Call it a lesson in sovereign borders.
President Donald Trump’s decision announced late Wednesday to ban travelers to the United States from 26 European countries in an effort to protect Americans from the coronavirus isn’t sitting well with leaders in the European Union, according to Fox News.
But Trump brushed the criticisms aside at a White House news conference.
“We get along well with the European leaders, but we had to make a decision and I didn’t want to take time, and it takes a long time to make the individual calls,” he said in the Oval Office, accompanied by Irish Prime Minister Leo Varadkar, Fox reported.
He then compared the coronavirus ban to past EU decisions to impose tariffs on U.S. goods.
“But we had to move quickly, I mean when they raise taxes on us, they don’t consult us and I think that’s probably one and the same.”
Travelers from Ireland and the United Kingdom are not affected by the ban, according to Fox. It takes effect at midnight Friday (Eastern Daylight Time) and is set to last for 30 days.
In a statement criticizing Trump’s action, European Union Council President Charles Michel and European Commission President Ursula von der Leyen said more “consultation” should have taken place.
“The European Union disapproves of the fact that the U.S. decision to impose a travel ban was taken unilaterally and without consultation,” they said in the statement, according to Fox. “The European Union is taking strong action to limit the spread of the virus.”
Maybe not strong enough.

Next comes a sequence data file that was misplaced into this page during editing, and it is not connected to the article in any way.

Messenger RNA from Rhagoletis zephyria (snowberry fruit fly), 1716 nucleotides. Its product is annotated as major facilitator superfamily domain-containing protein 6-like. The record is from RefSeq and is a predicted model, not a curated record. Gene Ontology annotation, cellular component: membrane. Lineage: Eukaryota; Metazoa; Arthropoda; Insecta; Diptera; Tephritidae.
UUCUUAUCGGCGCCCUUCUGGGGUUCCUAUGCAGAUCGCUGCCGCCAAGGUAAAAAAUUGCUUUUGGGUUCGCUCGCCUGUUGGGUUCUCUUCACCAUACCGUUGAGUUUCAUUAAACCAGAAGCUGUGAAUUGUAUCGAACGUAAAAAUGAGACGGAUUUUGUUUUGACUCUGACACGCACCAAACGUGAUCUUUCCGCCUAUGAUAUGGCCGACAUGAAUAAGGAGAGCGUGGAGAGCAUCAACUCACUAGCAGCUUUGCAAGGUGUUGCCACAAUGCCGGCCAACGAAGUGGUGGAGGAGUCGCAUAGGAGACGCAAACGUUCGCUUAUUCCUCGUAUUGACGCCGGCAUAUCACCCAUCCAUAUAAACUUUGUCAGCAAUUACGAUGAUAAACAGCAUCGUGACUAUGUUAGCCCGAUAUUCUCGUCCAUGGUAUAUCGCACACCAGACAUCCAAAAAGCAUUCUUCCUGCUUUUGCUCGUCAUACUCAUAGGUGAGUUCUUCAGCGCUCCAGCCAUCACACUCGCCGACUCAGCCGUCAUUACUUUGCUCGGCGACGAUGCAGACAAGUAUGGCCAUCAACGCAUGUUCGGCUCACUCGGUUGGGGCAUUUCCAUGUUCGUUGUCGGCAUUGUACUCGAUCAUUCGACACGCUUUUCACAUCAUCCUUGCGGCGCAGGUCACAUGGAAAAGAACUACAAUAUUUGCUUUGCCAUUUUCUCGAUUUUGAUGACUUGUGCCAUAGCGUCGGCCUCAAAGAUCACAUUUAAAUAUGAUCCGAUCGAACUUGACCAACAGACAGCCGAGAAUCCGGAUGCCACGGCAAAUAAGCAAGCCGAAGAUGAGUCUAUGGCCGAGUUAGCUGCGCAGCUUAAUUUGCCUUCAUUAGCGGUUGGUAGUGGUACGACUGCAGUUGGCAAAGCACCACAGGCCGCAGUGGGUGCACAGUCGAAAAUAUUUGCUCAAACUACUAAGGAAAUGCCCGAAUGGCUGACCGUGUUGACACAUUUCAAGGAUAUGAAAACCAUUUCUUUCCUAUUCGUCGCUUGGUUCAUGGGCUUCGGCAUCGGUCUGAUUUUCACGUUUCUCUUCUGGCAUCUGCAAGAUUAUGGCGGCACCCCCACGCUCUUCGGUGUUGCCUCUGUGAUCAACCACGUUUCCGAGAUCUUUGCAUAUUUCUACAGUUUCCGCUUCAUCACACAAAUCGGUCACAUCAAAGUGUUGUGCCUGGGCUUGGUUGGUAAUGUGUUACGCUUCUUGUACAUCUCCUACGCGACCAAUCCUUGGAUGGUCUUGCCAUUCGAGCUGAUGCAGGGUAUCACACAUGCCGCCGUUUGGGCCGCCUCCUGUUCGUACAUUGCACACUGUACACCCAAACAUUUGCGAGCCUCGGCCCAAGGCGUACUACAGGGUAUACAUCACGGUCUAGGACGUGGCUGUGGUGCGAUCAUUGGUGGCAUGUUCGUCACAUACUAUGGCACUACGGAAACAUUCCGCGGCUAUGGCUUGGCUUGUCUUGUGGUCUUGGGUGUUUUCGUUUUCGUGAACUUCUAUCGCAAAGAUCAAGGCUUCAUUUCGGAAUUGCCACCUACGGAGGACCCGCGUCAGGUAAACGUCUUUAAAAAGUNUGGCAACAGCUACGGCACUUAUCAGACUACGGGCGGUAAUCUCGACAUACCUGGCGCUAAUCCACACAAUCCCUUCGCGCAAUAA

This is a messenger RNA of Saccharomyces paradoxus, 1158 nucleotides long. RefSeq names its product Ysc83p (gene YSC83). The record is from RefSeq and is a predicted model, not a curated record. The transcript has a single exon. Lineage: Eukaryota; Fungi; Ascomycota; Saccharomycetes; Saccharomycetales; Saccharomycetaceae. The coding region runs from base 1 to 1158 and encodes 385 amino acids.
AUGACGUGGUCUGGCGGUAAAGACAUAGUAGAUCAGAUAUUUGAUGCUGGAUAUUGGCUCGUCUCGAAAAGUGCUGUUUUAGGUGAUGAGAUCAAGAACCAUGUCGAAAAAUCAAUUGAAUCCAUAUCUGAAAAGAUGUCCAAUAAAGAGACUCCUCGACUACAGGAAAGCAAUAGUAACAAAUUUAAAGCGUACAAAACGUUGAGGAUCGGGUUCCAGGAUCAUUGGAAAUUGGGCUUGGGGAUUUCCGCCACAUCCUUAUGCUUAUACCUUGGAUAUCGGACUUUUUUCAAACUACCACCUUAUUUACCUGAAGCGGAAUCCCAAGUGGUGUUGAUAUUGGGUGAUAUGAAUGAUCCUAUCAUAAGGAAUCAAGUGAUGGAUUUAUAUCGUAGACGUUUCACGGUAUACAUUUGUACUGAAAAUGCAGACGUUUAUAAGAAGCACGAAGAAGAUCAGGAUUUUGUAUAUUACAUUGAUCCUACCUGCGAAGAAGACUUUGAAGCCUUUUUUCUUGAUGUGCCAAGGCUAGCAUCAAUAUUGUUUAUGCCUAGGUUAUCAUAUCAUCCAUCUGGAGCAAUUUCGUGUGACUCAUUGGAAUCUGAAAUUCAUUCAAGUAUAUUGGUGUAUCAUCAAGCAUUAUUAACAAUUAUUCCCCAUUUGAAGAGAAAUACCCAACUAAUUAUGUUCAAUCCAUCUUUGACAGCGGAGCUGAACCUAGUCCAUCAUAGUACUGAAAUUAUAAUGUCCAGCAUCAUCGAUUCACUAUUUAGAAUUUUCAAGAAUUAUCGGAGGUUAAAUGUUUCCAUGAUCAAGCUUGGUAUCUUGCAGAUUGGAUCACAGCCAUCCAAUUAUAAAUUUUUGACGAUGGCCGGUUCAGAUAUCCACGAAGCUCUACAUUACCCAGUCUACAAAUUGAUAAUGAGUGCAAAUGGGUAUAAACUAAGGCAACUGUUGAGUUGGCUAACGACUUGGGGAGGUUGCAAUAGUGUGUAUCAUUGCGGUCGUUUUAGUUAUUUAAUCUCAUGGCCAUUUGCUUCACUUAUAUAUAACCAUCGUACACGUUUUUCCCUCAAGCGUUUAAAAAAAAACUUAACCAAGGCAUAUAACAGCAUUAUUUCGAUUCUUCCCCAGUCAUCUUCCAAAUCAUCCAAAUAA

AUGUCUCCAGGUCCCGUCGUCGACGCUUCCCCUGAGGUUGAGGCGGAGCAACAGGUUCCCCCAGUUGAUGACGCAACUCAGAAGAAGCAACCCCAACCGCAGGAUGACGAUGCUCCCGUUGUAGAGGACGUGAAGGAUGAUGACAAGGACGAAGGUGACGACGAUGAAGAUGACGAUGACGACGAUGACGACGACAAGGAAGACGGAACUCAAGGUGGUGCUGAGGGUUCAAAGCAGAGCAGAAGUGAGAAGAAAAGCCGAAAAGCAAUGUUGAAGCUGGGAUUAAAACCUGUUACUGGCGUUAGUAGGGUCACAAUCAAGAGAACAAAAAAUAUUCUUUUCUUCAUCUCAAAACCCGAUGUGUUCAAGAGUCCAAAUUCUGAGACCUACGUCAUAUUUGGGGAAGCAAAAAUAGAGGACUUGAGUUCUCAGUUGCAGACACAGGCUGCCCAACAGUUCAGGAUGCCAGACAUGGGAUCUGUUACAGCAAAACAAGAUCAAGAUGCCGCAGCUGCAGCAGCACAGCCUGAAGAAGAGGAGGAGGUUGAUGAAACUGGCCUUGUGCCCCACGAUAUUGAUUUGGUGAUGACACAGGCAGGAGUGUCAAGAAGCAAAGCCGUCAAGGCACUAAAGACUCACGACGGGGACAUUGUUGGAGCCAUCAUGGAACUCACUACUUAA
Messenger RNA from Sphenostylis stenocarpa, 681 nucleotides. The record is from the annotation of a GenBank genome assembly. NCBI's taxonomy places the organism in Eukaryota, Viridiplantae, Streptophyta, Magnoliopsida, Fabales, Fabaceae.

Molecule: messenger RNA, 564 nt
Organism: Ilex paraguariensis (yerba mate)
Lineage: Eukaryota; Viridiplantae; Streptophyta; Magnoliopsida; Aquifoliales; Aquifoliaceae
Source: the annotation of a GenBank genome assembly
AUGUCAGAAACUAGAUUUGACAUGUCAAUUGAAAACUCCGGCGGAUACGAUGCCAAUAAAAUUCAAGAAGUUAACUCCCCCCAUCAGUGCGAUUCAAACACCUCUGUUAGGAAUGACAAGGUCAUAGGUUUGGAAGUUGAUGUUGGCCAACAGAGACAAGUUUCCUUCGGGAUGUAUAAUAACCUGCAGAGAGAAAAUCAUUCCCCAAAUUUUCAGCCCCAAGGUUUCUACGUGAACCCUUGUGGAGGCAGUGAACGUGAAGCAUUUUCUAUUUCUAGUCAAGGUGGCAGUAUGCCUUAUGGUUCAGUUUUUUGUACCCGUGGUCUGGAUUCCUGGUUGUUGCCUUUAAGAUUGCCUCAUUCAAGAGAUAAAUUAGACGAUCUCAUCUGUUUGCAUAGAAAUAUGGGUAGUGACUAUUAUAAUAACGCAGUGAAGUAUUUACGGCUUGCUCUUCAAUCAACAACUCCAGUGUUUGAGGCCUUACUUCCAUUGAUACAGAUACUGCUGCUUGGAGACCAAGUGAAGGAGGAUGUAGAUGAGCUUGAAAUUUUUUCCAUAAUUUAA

According to the Centers for Disease Control, as of Thursday, the United States had 1,215 reported cases of coronavirus infections, with 36 deaths so far.
By dismaying contrast, the European Union, according to Fox, has had 17,000 cases of coronavirus infections. According to the German data compilation company Statista, the EU has recorded 951 coronavirus deaths, with 827 of them in Italy alone.
For the European Union and its “Schengen Area,” where passports are not needed in an essentially border-free zone, the idea of banning travelers from abroad might seem foreign.
But for the United States, where the issue of border control was key to Trump’s election in 2016 – and has been a point of conflict with radical Democrats who want to open the country’s borders to anyone who wants to come in – it’s a different matter.
And that showed in many of the social media responses to coverage of the EU complaints.
The USA is a sovereign nation. ?
— Jen Robertson (@jenrobertson2o2) March 12, 2020
The open-border policy in EU has rendered EU as dangerous and out of control as the worst country, i.e., Italy, in the whole European Union.
— Echo of Conscience (@ConscienceEcho) March 12, 2020
Hey EU, ? YOU do you. Worry about Italy. Worry about your policies that contributed to your situation….Open borders and all.
— running with the right (@rungmc_) March 12, 2020
You can evaluate it all day. We need to protect the American People. Good Job #Trump2020
— claudio (@CLAUDIOREYESTEC) March 12, 2020
Of course, there are legitimate questions about whether the ban might be too late, or might not be restrictive enough to protect United States citizens and residents from a disease the World Health Organization has officially designated a “pandemic.”
But the decision itself is not hard to defend, whether the Europeans liked it or not. There’s little reason to think that “consultation” with European Union leaders would change a thing – and still more precious time might have been lost in the dithering.
The United States has sovereign borders, and the president of the United States has decided to make use of those borders in an effort to protect American citizens from infection by a globally active, potentially fatal disease.
It’s a lesson Europeans – and American liberals and Democratic politicians – might want to study.
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